A lot of people don't take protecting their computer all that seriously. Many don't even have anti-virus programs installed, and of those that do, it's not uncommon that they haven't been updated properly. The assumption is that they won't have their systems violated in any way.
Not to draw any sort of direct connection, but the Washington Post has a story about a report made for the Defense Department that was put together by the Defense Science Board. The study said that they believed Chinese hackers had gotten the blueprints to two dozen military weapons systems, including those for the advanced Patriot missile system, and the Navy's Aegis ballistic missile defense systems. (The problem isn't just finding out information about existing weapons, but given technology to upgrade one's own systems.) Similarly, there is a related news report out of Australia that hackers also believed connected to China stole blueprints of the not-yet completed A$630 million headquarters for the Australia Security Intelligence Organisation, which is basically their version of the CIA.
Clearly, hackers are more likely to go after the U.S. Defense Department and Australia's spy headquarters than, say, your desktop. But if hackers can break into these places, no one should even begin to think that they can't get into yours. And that at some point you won't be breached.
For the record, the spokesman of the Chinese Foreign Ministry Hong Lei insisted that his country wasn't involved, when asked about the hacking in Australia. "China pays high attention to the cyber security issue and is firmly opposed to all forms of hacker attacks," he said at a daily briefing. He also added that "Since it is very difficult to find out the origin of hacker attacks, it is very difficult to find out who carried out such attacks. I don't know what the evidence is for media to make such kinds of reports."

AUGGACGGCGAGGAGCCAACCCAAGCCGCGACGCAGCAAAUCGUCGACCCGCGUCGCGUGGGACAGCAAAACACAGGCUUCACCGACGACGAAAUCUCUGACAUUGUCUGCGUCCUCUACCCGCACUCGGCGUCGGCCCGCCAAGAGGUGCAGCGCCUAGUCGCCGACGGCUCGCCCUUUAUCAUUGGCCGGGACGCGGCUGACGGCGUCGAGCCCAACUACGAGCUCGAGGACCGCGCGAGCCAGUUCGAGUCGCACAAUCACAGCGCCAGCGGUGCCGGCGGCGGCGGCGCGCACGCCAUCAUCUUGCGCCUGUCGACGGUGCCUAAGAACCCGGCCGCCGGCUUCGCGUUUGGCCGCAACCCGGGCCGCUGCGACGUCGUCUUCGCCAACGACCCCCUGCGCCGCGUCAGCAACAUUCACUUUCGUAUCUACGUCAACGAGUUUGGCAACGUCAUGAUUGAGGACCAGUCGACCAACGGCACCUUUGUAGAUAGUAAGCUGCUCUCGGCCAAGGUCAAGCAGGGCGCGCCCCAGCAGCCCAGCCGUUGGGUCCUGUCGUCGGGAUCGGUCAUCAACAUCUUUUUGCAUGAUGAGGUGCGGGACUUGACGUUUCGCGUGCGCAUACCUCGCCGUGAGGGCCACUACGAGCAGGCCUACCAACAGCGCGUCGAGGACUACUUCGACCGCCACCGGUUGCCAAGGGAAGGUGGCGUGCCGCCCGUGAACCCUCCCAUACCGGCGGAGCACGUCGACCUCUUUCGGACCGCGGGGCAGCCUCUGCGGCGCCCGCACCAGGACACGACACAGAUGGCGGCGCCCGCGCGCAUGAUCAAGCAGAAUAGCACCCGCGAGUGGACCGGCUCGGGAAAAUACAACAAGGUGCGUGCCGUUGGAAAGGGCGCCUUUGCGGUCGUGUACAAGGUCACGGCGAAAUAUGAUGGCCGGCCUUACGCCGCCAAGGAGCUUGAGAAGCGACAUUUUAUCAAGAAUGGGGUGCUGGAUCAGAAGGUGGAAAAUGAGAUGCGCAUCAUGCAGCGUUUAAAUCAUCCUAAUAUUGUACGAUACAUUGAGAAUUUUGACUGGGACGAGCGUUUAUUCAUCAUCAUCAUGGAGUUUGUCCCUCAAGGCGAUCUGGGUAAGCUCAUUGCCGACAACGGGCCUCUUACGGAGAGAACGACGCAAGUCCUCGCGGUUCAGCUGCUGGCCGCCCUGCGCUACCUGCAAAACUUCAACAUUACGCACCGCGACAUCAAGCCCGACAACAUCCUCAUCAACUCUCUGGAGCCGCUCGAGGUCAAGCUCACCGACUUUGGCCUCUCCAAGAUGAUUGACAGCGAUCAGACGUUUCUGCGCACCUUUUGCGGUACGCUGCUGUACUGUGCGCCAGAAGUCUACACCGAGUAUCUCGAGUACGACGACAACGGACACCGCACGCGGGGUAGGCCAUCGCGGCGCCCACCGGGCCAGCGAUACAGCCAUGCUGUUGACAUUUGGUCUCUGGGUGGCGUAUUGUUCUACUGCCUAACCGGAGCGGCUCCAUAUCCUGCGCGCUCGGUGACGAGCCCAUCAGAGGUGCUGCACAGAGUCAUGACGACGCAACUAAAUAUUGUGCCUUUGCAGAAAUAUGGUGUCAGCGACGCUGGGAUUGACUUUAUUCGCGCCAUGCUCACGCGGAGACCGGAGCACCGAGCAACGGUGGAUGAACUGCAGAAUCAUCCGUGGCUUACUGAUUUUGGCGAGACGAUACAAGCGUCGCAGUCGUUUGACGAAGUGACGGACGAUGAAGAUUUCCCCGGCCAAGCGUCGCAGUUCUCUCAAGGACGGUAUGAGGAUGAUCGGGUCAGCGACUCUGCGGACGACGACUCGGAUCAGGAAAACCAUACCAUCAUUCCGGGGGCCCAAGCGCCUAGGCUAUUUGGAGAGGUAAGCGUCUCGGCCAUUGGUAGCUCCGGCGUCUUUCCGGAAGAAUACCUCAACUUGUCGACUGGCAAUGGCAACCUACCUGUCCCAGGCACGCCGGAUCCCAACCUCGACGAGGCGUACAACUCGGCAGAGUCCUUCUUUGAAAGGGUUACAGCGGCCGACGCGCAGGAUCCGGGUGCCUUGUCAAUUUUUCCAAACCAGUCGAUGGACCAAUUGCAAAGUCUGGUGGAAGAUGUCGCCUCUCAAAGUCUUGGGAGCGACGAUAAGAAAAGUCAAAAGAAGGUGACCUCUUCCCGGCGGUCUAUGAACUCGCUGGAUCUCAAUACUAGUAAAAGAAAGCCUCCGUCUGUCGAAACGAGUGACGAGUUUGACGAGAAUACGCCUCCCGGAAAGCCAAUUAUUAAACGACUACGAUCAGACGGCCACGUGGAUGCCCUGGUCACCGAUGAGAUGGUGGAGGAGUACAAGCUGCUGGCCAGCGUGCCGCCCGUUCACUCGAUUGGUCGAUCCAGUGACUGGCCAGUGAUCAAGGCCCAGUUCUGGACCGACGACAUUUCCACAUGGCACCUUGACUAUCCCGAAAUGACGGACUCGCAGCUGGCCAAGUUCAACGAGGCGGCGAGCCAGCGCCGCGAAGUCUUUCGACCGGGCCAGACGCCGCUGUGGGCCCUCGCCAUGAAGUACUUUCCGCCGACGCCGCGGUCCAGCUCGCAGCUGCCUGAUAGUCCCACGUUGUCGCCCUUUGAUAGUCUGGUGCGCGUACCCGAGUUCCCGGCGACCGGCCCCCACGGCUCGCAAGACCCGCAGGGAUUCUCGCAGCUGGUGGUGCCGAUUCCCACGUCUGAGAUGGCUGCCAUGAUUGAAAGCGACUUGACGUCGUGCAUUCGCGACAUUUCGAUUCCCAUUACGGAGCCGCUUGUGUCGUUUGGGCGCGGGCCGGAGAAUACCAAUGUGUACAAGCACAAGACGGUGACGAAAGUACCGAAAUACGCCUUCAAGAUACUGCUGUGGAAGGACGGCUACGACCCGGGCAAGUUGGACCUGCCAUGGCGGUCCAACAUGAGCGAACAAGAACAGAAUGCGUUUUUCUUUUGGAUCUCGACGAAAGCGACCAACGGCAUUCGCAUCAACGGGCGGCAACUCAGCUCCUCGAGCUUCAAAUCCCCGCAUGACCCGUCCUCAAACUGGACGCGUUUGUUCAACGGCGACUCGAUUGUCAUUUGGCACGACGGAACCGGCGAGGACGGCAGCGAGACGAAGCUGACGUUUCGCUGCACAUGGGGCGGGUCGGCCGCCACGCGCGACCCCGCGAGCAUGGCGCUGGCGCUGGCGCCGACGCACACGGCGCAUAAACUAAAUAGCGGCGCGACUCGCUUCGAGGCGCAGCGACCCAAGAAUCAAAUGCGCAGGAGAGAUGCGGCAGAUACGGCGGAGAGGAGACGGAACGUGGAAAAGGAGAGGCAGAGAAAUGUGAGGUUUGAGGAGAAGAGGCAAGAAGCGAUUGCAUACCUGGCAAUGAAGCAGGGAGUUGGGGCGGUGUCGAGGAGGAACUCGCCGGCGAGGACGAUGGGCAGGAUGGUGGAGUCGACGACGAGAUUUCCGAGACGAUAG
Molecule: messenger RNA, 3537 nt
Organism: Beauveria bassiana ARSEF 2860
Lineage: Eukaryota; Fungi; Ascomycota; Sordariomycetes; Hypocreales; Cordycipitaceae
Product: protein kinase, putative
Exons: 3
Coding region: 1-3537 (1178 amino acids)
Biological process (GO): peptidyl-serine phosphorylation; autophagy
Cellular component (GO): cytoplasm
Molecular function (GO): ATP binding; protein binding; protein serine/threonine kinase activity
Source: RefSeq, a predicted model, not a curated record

I don't know what the evidence in Australia is either, for the media to report such stories. In the U.S., though, the evidence comes from the Defense Science Board...
What's unclear so far is whether the hacks in all this occurred at the primary locations, or though contractors or sub-contractors. Wherever the problem, it's officially categorized as Not a Good Thing.
Robert J. Elisberg is a political commentator, screenwriter, novelist, tech writer and also some other things that I just tend to keep forgetting.
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